Career Testing
Career Testing
Career Testing
WORKPLACE / AUG. 12, 2015
version 6, draft 6

4 Reasons You Should Never Feel Bad About Crying at Work

Celine Dion crying
EVA

One thing that has always been a big no-no in the professional world is crying at work. It’s just one of those things, along with beating the crap out of your boss, that is viewed as highly unprofessional and equally inappropriate. And it’s worse if you’re a man because you’re suddenly nicknamed Crybaby or Geoff the Wuss by your male colleagues.

The truth is everyone cries at least once in their adult life. Whether it’s because they’ve lost someone near and dear to them, they’re going through a difficult divorce, or after (unsuccessfully) trying to hold it together while dealing with a rude client. It happens to everyone.

See Also: 7 Codependent Behaviors That Can Sabotage Your Career

Whatever the issue and wherever the setting (your boss’ office, the bathroom stalls, or under your desk), embrace it, because crying at work shouldn’t really make you feel bad – and here’s why:

1. It’s just not THAT disruptive

Okay, I guess it is when you work at a supermarket and start throwing a temper tantrum in the middle of the canned goods section, screaming “I don’t want to! I don’t want to stack any more cans on the shelves! I want my mommy! MOMMYYY!!!” That, my friend, is disruptive in the following two ways. One, it inconveniences customers who just wanted to buy a can of tomato soup. And, two, it leads the manager to make an overhead announcement – in a very bored voice – along the lines of “Cleanup on aisle six, please. Cleanup on aisle six.”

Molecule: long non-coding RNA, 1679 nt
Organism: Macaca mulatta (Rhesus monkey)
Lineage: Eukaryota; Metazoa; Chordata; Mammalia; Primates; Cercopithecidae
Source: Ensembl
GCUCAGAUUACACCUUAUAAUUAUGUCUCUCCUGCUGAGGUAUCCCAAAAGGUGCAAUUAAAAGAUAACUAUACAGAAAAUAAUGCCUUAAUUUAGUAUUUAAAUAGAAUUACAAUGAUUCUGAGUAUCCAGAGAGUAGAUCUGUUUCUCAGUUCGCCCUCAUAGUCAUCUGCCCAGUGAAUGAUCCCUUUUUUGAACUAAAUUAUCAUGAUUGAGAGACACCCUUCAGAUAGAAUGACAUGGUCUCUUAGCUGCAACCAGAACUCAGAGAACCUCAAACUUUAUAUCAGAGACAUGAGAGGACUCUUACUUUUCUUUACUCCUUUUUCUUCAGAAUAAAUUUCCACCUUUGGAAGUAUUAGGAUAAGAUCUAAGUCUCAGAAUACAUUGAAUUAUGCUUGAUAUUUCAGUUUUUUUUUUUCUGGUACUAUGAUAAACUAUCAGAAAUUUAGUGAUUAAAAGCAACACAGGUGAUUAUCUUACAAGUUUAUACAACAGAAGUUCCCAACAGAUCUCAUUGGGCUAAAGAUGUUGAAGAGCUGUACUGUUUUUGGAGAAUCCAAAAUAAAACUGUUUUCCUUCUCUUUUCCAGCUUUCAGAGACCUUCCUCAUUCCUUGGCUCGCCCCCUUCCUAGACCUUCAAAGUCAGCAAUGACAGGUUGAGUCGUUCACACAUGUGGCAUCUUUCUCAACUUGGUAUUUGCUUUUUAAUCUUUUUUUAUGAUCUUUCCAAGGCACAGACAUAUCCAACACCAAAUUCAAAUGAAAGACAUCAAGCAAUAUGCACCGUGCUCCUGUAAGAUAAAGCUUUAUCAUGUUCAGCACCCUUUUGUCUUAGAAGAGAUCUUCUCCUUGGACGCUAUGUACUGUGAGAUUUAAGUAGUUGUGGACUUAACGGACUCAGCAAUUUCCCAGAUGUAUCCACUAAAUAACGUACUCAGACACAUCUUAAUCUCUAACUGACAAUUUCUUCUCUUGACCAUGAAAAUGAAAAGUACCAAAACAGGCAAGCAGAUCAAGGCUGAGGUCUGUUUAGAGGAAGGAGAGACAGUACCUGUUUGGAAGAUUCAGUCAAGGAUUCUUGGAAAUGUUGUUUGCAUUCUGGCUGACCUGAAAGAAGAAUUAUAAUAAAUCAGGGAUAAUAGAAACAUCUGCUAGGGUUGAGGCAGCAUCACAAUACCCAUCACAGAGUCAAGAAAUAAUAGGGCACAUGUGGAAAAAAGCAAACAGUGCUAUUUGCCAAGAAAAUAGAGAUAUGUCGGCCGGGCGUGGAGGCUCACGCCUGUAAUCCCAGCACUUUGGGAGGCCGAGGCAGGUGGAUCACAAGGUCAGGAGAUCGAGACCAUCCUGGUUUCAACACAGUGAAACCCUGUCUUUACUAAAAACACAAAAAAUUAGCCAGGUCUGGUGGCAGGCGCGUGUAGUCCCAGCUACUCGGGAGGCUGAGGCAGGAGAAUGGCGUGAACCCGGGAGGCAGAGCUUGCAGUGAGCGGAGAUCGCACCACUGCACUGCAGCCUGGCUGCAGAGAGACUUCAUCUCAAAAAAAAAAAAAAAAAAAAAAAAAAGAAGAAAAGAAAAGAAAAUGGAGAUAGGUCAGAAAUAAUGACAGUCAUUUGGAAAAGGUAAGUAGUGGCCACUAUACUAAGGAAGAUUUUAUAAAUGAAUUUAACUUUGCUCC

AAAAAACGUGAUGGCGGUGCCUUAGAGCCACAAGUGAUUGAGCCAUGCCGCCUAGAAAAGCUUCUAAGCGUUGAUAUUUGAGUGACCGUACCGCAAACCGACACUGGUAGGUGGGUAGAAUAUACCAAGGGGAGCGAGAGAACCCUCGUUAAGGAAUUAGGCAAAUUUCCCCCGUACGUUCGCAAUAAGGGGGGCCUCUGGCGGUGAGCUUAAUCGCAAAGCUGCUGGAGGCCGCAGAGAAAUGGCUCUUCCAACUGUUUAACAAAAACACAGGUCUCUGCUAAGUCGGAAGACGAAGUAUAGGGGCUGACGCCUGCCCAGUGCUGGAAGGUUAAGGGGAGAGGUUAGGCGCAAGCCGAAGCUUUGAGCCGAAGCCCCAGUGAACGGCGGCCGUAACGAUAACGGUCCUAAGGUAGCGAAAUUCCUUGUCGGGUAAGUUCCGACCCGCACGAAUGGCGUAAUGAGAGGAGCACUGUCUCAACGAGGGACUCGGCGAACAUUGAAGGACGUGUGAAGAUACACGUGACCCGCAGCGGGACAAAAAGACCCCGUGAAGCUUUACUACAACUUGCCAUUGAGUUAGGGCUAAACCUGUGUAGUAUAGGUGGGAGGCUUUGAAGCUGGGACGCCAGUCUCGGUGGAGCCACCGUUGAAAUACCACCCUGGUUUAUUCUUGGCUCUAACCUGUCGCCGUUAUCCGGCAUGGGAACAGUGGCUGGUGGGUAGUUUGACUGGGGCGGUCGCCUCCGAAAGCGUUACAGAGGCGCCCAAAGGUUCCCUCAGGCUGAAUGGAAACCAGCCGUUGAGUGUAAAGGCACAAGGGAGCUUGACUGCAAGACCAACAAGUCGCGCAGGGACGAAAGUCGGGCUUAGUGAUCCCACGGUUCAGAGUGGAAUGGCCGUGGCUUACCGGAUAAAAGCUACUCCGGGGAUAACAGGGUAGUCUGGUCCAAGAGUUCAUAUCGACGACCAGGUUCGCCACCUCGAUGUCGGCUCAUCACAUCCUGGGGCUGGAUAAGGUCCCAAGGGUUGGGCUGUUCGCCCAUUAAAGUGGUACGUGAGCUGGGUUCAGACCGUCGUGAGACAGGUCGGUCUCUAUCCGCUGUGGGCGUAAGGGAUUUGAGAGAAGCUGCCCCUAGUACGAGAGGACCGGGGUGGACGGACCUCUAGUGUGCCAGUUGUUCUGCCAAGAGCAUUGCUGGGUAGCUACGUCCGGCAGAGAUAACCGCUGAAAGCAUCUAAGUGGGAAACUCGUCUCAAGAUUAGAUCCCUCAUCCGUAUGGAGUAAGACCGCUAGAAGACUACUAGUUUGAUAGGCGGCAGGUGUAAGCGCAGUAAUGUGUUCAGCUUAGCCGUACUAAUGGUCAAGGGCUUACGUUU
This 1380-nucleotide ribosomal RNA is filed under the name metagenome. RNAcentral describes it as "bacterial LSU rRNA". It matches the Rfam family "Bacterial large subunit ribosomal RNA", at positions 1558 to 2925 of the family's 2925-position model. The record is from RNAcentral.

While it’s an uncomfortable and awkward situation for colleagues and especially clients to be in, having a good cry at work is just not as disruptive as: Gossiping on the phone with your best friend while meeting with a client. Avoiding a very important deadline by playing Tetris on your iPad. Or watching porn on full volume in your shared office space.

As long as it does not interfere with your colleagues’ workload and it does not affect your own, a dash to the bathroom for a quick cry will not do you or the company any harm.

2. It helps you advance in your career

No, seriously, it does. Well, at least according to journalist and author Anne Kreamer it does, anyway.

While crying at work might not automatically result in an on-the-spot job promotion (if it does, do let me know. I might try it myself), it does help you develop your problem-solving skills and it increases your workplace effectiveness.